Continued from page 1

“I wrote to the IRS three times last year after hearing concerns that conservative groups were being targeted,” said Sen. Orrin G. Hatch of Utah, the ranking Republican on the tax-writing Finance Committee. “In response to the first letter I sent with some of my colleagues, Steven Miller, the current acting IRS commissioner, responded that these groups weren’t being targeted.”

“Knowing what we know now, the IRS was at best being far from forth coming, or at worst, being deliberately dishonest with Congress,” Mr. Hatch said in a statement.

It’s not just Republicans who are outraged. Sen. Max Baucus, Montana Democrat and chairman of the Finance Committee, said “These actions by the IRS are an outrageous abuse of power and a breach of the public’s trust. The IRS will now be the ones put under additional scrutiny.”

An armada of House and Senate committees are preparing hearings into the emerging scandal, including the House Ways and Means Committee, which has summoned IRS officials to testify Friday.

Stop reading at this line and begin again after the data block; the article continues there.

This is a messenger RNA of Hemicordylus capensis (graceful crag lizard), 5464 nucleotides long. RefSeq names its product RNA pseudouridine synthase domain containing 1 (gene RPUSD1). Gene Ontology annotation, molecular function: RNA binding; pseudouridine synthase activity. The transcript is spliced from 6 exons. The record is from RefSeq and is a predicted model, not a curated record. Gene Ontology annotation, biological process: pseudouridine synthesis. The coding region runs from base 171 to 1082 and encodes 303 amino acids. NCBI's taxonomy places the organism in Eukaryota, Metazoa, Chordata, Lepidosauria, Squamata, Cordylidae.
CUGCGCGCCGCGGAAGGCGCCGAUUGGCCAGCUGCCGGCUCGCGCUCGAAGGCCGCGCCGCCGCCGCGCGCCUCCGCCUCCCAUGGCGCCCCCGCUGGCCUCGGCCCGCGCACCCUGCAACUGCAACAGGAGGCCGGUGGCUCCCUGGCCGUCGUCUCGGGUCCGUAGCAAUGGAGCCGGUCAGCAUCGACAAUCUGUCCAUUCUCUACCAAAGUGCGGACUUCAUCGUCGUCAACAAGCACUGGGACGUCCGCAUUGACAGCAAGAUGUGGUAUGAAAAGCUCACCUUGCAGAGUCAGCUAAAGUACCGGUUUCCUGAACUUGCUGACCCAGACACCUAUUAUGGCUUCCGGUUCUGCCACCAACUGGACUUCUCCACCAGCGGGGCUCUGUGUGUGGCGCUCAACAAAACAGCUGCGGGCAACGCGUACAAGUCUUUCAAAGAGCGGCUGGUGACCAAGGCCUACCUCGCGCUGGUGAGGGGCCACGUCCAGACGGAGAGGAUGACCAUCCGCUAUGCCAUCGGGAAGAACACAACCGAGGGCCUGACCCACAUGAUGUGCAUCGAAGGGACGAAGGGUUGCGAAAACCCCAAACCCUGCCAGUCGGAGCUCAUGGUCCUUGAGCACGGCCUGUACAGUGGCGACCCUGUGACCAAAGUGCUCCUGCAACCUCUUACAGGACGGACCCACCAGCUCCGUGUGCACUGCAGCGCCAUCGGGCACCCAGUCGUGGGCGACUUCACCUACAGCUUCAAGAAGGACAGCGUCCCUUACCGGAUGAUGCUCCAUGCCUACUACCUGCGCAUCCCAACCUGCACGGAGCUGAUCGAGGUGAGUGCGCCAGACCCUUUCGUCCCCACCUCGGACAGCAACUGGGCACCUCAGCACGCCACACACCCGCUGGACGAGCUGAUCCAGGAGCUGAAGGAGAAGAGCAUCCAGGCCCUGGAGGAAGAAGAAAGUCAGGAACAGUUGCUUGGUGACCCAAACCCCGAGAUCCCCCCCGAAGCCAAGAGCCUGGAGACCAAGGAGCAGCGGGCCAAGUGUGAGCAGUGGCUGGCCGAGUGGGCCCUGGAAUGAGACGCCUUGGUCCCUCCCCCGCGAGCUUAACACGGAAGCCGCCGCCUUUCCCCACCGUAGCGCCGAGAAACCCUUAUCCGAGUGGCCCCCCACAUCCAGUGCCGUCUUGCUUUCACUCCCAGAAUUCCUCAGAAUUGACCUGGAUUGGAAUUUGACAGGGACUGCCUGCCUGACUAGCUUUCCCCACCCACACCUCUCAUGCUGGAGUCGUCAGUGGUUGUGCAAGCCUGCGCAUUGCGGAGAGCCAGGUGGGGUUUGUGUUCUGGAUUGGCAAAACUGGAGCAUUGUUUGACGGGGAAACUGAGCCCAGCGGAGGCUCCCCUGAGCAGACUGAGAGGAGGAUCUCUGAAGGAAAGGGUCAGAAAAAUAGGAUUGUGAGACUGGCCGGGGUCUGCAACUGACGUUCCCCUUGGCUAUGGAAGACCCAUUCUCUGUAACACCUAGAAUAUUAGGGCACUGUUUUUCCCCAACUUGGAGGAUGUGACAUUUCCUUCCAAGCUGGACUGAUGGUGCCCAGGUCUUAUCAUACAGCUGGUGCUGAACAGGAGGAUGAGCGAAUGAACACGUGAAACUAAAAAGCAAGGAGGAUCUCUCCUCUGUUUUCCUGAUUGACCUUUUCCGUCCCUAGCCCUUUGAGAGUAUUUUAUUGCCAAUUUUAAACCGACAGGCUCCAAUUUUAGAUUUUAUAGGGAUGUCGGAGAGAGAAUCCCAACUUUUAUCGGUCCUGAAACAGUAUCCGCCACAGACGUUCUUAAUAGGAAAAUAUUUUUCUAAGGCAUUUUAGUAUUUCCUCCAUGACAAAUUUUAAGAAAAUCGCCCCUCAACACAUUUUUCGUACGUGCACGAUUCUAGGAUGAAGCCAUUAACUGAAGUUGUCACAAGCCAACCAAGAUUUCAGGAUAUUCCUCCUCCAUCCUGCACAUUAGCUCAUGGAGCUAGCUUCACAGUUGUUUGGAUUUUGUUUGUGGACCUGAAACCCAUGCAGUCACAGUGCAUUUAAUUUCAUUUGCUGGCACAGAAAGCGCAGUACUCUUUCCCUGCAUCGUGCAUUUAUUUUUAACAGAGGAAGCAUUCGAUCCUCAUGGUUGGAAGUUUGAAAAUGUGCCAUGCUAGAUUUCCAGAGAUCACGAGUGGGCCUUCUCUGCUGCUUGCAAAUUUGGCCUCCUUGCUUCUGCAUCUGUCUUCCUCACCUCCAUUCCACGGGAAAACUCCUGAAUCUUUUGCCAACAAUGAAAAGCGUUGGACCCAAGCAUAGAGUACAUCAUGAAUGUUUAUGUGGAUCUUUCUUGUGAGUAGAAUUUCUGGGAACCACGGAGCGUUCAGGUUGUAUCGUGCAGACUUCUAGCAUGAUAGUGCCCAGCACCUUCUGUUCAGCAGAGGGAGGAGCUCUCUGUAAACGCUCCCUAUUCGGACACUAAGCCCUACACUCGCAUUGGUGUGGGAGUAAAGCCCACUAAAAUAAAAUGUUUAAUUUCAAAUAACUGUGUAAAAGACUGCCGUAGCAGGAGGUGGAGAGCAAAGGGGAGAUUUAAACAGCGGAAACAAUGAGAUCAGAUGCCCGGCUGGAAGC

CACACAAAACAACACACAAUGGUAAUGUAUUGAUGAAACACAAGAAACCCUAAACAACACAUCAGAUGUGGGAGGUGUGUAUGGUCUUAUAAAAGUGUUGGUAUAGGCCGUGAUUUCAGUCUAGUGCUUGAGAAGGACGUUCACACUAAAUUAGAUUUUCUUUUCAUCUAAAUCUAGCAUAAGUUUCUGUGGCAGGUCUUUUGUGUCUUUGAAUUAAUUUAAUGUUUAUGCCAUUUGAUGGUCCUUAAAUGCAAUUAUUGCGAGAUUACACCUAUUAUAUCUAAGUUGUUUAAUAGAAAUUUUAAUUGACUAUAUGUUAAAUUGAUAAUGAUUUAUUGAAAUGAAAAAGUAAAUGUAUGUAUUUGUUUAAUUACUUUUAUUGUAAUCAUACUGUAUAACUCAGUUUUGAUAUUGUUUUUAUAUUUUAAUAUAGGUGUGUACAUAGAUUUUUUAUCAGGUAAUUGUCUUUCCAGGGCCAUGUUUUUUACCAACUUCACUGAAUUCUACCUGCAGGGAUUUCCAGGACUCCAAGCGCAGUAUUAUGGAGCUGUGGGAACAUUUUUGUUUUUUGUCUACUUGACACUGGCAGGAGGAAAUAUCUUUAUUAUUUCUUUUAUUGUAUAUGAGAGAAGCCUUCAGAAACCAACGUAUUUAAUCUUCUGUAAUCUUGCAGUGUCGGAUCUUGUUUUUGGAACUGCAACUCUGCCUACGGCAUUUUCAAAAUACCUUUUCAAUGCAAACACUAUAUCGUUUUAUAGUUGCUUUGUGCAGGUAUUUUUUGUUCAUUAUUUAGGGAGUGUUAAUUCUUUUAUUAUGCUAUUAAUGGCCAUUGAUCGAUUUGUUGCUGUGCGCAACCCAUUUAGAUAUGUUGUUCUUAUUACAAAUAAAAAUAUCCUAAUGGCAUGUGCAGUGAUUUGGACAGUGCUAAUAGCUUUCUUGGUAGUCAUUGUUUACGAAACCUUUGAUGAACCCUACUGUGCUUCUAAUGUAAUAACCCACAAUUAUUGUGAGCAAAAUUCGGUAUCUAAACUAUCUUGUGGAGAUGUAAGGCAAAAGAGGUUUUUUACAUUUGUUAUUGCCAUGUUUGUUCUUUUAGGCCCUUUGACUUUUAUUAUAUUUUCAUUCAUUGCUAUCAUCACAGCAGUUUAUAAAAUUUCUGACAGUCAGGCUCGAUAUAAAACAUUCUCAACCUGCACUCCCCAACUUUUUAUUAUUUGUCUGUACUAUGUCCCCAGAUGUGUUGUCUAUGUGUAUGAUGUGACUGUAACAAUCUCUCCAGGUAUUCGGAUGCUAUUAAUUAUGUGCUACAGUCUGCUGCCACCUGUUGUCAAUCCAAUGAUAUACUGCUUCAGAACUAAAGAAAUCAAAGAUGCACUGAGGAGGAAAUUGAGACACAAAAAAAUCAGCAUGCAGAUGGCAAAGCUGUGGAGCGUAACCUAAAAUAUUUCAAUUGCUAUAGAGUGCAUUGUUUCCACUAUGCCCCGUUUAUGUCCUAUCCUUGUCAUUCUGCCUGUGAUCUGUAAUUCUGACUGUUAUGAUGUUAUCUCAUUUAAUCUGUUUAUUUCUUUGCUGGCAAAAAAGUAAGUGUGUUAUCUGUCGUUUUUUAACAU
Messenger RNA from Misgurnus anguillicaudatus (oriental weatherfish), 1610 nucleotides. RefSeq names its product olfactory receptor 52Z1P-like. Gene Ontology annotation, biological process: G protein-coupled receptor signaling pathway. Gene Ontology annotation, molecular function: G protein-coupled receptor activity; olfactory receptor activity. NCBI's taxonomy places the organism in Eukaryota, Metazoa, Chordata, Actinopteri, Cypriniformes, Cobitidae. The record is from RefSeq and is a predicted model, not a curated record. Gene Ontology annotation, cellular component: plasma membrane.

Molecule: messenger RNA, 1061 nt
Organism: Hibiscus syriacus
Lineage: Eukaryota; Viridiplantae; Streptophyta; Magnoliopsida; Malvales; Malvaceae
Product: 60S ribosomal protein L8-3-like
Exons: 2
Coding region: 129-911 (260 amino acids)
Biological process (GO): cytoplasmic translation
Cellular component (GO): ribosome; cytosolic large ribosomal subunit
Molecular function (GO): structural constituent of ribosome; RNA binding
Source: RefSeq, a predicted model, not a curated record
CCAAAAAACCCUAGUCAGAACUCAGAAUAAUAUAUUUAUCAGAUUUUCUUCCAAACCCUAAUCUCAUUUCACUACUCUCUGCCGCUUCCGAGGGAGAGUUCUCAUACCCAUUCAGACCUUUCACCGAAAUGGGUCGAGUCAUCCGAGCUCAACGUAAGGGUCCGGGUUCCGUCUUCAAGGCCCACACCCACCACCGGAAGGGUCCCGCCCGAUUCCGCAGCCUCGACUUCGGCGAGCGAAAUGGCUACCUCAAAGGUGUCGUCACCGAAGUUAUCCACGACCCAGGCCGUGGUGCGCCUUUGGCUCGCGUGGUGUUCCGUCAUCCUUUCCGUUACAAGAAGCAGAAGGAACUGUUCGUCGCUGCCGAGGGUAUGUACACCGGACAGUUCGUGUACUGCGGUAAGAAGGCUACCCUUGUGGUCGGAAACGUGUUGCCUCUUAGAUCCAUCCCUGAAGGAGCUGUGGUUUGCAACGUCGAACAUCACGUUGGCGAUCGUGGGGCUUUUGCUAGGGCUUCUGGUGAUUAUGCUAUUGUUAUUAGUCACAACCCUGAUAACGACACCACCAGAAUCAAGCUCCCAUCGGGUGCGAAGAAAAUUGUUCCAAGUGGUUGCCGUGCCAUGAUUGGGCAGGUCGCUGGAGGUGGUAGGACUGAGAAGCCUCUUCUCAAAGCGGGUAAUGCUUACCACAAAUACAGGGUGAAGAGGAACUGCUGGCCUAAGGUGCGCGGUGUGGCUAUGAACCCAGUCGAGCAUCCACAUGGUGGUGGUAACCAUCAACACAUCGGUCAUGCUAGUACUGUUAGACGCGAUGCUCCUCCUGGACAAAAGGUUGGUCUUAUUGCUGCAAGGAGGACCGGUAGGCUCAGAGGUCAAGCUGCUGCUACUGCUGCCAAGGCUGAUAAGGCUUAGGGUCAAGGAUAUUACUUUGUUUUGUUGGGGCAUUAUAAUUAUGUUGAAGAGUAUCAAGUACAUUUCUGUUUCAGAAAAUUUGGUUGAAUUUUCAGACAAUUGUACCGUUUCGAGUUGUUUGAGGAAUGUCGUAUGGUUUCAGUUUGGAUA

One of the questions that needs to be asked of these rogue IRS officials and their impertinent, nosy inquiries about our personal, political activities, is have they heard of the Bill of Rights?

Exactly what part of the First Amendment don’t they understand? It says very clearly in the U.S. Constitution that “Congress shall make no law … abridging the freedom of speech, or of the press.”

This also means that no government agency or federal official can subject law-abiding citizens to any interrogation about their political views, beliefs or associations

The government under Mr. Obama is now aggressively challenging those freedoms and even denying them. Most recently, the Justice Department has seized cellular, office and home telephone records of reporters and an editor at The Associated Press, the nation’s largest news-gathering service.

The administration wants to know its sources for a story the AP reported last year on a foiled al Qaeda plot. The AP’s president called the document seizure a “massive and unprecedented intrusion” into news-gathering activities and operations “that the government has no conceivable right to know.”

When the government starts questioning our political associations, interferes in our right to organize and then challenges the freedom of the press, we no longer live in a truly free society.

Donald Lambro is a syndicated columnist and contributor to The Washington Times.